Let the drama begin
Relax. Take a breath. Everything’s going to be all right.
The Warriors took a beating in Game 2 of the Western Conference finals, but what did you expect?
More importantly, what did you want?
The Houston Rockets were the NBA’s best in the regular season, winning 65 games and locking down home-court
advantage throughout the playoffs. Did you expect them to lie down? Did you want them to?
I hope not. After the Warriors snatched the home-court advantage by winning Game 1 in Houston, it looked like this might be a cakewalk series. The “real” Warriors had arrived and it
was only a matter of time.
Instead, the “very real” Rockets showed up for Game 2, and we have ourselves a good old-fashioned showdown. The two best gunslingers in town, facing off, spursa-jinglin’.
“We always talk about what we do great and what they do great; something’s gotta give,” the Warriors’ Stephen Curry said after the loss. “Now we’ve got to go home and recalculate, figure out how to get the momentum back on our side. Get our home crowd into it, and (we) should be in good shape.”
Hallelujah. If you’re any kind of basketball fan, that’s what you should be rooting for. Competition at the highest level. Sure, it’s stress-free to watch your team roll through one opponent after another. (See, 2017 NBA playoffs, Warriors, 16-1). But every great champion needs a foil. And Golden State has found its other half in Houston.
Did it ever. Warriors head coach Steve Kerr didn’t mince words Wednesday night: “They kicked our butts. No other way to say it.
“They got the game exactly where they wanted it tonight. They got everybody going. They got everybody involved. The exact opposite of Game 1. So give them credit. They brought it. They got it done.”
Now, we’ll see how things play out. There should be plenty of tension on the court for Game 3 in Oakland on Sunday. Here’s hoping there’s some great basketball, too.
Let’s face it. These are the actual NBA Finals. It’s been fun to watch LeBron James carry his Cavs through the Eastern Conference bracket. And Brad Stevens is working miracles in Boston. But, regardless
“Now we’ve got to go home and recalculate, figure out how to get the momentum back on our side. Get our home crowd into it.”
Stephen Curry, Warriors guard
of who prevails there, neither of those teams can stand up to the Warriors. And they probably can’t beat the Rockets, either.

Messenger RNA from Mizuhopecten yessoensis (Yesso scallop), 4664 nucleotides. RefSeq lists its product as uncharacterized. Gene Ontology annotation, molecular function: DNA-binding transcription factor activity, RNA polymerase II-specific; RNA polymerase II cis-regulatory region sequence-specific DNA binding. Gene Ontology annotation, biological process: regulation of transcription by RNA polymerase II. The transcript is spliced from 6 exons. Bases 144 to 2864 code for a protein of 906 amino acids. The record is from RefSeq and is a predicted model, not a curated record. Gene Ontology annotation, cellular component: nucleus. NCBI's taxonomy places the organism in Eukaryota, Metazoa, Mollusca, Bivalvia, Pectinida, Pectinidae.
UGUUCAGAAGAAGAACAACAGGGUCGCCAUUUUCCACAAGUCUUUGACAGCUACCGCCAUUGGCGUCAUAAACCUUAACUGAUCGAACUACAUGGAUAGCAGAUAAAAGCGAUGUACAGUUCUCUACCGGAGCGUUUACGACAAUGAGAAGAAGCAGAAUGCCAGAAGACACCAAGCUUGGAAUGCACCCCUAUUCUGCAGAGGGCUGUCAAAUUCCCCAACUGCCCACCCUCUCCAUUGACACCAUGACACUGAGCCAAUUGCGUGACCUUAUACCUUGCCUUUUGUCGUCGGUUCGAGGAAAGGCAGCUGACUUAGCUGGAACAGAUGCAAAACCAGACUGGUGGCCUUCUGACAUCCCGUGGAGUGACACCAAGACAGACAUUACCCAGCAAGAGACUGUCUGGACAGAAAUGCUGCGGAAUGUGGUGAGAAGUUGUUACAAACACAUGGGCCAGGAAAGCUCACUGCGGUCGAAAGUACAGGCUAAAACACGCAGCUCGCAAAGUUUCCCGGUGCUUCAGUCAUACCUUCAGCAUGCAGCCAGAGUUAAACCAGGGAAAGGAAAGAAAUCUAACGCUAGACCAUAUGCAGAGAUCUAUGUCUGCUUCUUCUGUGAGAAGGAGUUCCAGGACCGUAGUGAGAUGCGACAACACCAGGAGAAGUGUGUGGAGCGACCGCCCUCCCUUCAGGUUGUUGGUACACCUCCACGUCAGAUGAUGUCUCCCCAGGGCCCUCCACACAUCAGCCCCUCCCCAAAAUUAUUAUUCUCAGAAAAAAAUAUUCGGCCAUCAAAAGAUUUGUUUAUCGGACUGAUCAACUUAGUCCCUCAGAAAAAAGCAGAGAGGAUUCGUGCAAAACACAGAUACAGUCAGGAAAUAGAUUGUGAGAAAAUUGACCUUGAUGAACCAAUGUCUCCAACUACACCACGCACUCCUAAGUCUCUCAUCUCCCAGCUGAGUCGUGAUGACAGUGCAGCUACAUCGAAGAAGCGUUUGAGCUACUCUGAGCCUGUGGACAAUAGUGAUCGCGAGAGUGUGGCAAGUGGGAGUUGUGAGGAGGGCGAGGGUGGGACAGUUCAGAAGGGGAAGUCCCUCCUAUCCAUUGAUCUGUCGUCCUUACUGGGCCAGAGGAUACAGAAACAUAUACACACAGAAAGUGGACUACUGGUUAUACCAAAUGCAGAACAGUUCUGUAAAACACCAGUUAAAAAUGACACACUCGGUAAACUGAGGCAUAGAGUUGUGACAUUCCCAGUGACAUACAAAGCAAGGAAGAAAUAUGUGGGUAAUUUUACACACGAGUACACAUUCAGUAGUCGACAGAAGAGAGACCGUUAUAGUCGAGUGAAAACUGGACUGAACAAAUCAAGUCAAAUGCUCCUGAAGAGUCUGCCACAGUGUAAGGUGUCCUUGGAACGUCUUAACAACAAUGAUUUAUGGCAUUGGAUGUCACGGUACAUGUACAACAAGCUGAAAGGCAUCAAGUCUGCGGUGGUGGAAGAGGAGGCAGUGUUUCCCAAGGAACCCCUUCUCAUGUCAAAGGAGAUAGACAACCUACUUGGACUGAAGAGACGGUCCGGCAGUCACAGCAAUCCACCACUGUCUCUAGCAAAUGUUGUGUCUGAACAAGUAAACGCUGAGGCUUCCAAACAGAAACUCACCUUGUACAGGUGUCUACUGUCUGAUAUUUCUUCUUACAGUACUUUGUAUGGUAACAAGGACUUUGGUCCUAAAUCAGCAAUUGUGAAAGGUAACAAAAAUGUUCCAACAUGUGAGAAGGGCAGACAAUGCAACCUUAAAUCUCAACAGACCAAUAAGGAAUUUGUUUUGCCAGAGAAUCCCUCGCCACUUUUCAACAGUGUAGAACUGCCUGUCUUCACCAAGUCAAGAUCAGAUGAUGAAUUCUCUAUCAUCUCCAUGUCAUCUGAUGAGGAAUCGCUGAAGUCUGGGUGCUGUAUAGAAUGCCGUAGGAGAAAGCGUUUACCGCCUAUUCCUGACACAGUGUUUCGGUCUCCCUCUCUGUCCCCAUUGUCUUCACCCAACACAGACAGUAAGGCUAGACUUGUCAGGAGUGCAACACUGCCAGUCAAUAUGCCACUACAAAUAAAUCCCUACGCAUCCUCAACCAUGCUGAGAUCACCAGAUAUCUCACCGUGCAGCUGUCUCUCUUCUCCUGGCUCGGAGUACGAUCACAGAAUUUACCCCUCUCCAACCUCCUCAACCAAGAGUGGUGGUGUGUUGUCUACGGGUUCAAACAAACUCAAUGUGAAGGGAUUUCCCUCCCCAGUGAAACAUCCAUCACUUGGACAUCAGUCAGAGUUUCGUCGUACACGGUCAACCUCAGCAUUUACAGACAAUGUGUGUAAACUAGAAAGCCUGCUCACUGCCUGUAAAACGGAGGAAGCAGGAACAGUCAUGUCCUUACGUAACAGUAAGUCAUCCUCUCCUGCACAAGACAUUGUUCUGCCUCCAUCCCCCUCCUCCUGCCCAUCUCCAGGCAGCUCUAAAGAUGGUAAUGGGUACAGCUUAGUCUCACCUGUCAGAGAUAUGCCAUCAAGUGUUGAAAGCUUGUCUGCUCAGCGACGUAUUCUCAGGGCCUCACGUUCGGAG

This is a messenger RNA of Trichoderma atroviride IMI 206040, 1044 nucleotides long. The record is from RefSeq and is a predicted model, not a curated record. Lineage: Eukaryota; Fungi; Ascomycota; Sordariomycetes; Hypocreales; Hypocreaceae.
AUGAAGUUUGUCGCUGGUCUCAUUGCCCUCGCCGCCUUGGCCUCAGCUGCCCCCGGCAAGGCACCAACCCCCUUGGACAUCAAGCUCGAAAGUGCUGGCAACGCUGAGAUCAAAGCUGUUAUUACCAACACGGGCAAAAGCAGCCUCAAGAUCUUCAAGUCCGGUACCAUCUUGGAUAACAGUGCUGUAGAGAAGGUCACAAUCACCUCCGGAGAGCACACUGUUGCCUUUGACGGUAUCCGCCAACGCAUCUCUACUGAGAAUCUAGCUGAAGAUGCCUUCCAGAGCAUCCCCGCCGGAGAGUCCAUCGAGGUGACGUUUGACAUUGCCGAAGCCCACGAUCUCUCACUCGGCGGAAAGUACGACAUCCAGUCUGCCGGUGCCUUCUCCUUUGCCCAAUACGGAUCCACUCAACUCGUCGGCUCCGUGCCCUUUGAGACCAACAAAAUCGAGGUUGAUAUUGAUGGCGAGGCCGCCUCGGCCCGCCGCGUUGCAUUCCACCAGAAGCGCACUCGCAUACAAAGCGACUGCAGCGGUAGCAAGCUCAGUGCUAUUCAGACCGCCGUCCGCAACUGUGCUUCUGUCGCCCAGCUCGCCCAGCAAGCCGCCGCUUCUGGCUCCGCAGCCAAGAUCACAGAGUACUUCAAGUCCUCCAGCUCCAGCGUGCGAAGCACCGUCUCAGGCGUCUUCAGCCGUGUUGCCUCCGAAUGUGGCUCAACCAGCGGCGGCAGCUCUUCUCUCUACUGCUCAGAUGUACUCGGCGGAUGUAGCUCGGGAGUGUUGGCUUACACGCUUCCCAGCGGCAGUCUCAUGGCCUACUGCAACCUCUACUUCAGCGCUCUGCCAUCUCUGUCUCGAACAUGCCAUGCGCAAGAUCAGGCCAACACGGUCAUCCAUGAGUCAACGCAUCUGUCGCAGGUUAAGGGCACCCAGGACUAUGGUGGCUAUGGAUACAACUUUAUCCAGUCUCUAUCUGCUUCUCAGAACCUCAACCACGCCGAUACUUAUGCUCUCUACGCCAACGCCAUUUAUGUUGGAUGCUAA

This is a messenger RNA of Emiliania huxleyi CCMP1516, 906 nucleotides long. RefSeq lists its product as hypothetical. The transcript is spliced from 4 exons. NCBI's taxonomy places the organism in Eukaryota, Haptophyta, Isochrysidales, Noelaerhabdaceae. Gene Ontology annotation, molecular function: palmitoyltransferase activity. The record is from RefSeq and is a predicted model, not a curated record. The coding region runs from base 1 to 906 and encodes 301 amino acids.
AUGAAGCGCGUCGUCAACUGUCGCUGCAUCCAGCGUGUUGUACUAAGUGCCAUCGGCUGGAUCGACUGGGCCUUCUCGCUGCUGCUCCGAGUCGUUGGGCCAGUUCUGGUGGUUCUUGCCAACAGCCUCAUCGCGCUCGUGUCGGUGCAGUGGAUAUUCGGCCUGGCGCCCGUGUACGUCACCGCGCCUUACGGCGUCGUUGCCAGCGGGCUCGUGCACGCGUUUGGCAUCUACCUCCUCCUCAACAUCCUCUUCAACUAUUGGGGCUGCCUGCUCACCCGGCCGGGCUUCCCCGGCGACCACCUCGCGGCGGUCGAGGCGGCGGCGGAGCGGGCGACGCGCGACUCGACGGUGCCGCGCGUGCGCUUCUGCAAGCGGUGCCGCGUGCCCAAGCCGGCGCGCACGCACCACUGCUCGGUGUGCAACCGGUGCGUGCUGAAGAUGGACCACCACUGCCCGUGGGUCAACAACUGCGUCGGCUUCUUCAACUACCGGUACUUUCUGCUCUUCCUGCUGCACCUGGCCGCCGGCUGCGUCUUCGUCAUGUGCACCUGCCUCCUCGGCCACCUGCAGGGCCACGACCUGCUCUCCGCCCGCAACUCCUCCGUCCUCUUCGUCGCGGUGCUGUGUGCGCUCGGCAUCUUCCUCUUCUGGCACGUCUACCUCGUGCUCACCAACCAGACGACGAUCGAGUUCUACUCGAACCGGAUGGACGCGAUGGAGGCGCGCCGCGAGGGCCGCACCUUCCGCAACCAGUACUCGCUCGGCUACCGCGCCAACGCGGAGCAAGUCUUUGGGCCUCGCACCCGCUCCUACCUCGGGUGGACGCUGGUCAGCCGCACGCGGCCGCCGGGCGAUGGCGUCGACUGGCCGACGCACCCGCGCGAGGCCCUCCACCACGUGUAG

So, if you were hoping to see some great basketball at some point this season, now’s the time. The regular season and first two rounds of the playoffs were one long warmup for the main event. That’s a long time to wait for a bout. Who wants to see a TKO in the second round?
Not me. I believe the true fan experience is heightened by uncertainty, anxiety and concern. (Then again, I grew up in Cleveland.) Sounds like the Warriors feel the same way.
“That’s kind of how a series like this is going to be,” said Curry, who didn’t play well in Game 2’s 127-105 loss. “Game after game, it’s going to be a chess match. Tonight, we just didn’t make enough plays to stop the momentum in this building, and that was the difference in the game . ... So we’ve got to be ready for that kind of aggressiveness from them in Game 3 and keep doing what we’re doing.”
OK. He’s saying all the right things. But the proof will come when the ball goes up. Can Curry regain his magic touch? Is he injured? Will Klay Thompson score more than eight points? Can Draymond Green hold down his infamous temper? Will the Beard persevere?
All those questions and more will be answered over the course of this series. Remember: This is what you wanted. A true test for the Warriors.
As a journalist, I have no horse in this race. I root for tension, conflict and resolution. It’s the recipe for any great story. Let it be told.
Andre Iguodala (9) of the Warriors tangles with the Rockets’ P.J. Tucker after a free throw in Game 2, which Houston dominated 127-105 to even the series and raise the tension level.